Citation. 100 U.S. (10 Otto) 303 (1879)
The petitioner argued that his constitutional rights were denied when he was rejected to serve on the grand jury in his State.
The Fourteenth Amendment secures to a race that through many generations had been held in slavery all civil rights that the superior race enjoy.
The plaintiff, a colored man, was indicted for murder and upon trial was convicted and sentenced. It is now averred that at the trial in the State court, the defendant (now plaintiff) was denied rights to which he was entitled under the Constitution and laws of the United States. Plaintiff argued that by virtue of the laws of the State of West Virginia no colored man was eligible to be a member of the grand jury in the State; that white men are so eligible, and that by reason of his being a colored man and having been a slave, he had reason to believe, and did believe, he could not have the full and equal benefit of all laws in the State of West Virginia for the security of his person as is enjoyed by white citizens, and that he had less chance of enforcing in the courts of the State his rights on the prosecution, as a citizen of the United States.
Whether in the selection of jurors by whom he is to be indicted or tried, all persons of his race or color may be executed by law, solely because of their race or color, so that by no possibility can any colored man sit upon the jury?
It is hard to see why the statute of West Virginia should not be regarded as discriminating against a colored man when he is put upon trial for an alleged criminal offense against the State. It is not easy to comprehend how it can be said that while every white man is entitled to a trial by a jury selected from persons of his own race or color, or rather, selected without discrimination against his color, and a negro is not, the latter is equally protected by the law with the former.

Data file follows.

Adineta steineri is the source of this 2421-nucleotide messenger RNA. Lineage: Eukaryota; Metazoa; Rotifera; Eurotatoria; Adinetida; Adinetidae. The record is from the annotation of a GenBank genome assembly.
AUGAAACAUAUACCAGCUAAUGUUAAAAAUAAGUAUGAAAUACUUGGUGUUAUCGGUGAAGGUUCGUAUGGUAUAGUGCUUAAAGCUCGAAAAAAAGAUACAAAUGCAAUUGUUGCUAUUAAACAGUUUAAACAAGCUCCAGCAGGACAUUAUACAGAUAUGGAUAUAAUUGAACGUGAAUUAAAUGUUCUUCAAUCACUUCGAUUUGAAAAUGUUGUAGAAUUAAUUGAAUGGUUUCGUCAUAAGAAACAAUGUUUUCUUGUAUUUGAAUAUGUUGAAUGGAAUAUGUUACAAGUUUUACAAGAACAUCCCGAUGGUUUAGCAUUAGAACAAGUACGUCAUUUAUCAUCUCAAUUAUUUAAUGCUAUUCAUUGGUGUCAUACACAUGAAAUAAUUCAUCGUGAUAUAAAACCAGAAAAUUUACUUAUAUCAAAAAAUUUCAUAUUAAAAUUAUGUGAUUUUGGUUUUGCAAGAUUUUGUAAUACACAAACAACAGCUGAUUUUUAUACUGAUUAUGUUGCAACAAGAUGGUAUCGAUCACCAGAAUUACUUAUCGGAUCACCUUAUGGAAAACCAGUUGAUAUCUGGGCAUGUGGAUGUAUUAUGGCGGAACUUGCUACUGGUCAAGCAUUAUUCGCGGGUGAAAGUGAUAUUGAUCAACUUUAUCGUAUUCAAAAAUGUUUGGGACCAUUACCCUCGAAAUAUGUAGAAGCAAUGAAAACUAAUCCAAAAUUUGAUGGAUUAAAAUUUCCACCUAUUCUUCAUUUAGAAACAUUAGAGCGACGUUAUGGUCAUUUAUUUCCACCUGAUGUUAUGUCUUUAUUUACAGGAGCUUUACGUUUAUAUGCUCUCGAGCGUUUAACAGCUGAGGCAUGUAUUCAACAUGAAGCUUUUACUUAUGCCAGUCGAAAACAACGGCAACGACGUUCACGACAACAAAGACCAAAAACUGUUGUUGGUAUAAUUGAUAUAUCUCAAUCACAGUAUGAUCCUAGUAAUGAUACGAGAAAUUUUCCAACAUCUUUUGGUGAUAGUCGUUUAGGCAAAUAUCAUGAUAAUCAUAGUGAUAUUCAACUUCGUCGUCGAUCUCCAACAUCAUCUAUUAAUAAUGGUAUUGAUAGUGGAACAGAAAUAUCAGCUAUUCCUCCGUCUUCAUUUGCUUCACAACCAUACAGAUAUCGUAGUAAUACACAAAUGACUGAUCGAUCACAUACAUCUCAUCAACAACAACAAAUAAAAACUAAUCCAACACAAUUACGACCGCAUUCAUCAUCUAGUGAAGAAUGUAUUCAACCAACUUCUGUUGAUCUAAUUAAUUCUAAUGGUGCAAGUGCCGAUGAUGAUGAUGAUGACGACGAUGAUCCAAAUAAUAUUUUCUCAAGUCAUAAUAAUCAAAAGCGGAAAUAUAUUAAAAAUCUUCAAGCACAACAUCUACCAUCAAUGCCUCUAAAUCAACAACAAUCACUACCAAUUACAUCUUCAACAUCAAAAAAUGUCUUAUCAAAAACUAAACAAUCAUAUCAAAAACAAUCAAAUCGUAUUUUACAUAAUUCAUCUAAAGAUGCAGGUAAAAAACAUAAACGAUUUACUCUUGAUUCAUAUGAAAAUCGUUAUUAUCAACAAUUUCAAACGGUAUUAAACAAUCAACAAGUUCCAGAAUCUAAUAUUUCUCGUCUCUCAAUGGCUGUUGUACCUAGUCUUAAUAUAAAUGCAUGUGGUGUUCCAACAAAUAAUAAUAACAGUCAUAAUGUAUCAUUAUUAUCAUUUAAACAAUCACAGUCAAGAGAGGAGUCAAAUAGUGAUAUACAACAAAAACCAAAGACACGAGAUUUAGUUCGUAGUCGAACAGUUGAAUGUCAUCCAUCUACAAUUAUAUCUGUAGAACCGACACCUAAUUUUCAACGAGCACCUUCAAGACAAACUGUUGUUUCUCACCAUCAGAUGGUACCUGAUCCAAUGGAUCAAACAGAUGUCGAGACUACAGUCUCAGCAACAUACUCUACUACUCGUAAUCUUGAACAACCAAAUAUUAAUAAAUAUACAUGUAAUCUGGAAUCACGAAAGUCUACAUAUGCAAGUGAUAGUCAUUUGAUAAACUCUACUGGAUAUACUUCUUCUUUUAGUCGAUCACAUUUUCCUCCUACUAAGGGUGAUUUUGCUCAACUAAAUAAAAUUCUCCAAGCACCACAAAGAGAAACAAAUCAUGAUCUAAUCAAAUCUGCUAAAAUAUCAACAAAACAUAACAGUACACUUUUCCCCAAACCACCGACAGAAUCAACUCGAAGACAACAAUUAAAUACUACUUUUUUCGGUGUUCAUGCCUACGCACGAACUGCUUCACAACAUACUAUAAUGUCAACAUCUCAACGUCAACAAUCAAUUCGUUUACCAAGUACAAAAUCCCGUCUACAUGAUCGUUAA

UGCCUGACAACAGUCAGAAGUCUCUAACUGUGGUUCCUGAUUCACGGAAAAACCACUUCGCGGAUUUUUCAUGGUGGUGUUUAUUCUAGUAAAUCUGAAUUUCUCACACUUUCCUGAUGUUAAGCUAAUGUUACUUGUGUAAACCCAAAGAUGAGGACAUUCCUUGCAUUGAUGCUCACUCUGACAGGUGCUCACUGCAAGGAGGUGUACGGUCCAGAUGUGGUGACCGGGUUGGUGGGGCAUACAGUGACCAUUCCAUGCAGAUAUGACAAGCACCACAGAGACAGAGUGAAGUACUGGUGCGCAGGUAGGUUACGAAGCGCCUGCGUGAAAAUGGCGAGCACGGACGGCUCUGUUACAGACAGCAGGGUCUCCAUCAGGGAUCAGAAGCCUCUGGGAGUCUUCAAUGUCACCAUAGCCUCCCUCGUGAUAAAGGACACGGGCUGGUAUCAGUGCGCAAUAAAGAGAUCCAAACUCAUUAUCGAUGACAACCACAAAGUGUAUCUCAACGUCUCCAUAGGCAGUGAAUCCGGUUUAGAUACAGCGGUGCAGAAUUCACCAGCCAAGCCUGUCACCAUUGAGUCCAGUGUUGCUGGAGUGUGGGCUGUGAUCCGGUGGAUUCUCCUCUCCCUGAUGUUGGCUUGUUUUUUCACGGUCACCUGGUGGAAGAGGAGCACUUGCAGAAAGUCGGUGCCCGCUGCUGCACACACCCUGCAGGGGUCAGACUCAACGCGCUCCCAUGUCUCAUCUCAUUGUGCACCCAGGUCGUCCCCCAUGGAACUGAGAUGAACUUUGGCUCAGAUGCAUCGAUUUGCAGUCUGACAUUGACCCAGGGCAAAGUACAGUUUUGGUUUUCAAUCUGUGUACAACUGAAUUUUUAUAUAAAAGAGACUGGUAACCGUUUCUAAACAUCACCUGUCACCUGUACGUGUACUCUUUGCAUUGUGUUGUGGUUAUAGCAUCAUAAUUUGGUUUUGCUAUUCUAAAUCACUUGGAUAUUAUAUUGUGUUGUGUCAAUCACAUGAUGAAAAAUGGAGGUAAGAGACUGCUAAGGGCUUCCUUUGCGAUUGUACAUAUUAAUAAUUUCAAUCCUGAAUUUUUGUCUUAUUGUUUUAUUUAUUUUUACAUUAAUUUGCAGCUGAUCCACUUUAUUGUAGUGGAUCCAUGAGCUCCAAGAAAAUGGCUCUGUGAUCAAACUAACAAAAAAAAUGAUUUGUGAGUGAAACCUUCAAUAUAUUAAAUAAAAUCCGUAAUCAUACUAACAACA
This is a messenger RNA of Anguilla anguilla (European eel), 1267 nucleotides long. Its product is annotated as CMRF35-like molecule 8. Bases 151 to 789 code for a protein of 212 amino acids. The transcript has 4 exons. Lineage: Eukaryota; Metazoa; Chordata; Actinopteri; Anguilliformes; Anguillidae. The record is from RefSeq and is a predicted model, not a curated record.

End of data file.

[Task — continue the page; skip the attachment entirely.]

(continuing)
That the West Virginia statute respecting juries – the statute that controlled the selection of the grand jury – is such a discrimination ought not to be doubted. The very fact that colored people are singled out and expressly denied by a statute all right to participate in the administration of the law, as juror, because of their color, though they are citizens, and may be in other respects fully qualified, is practically a brand upon them, affixed by the law, an assertion of their inferiority, and a stimulant to that race prejudice which is an impediment to securing the individuals of the race that equal justice which the law aims to secure to all others. It is well known that prejudice often exist against particular classes in the community, which sway the judgment of the jurors, and which, therefore, operate in some cases to deny to persons of those classes the full enjoyment of that protection which others enjoy.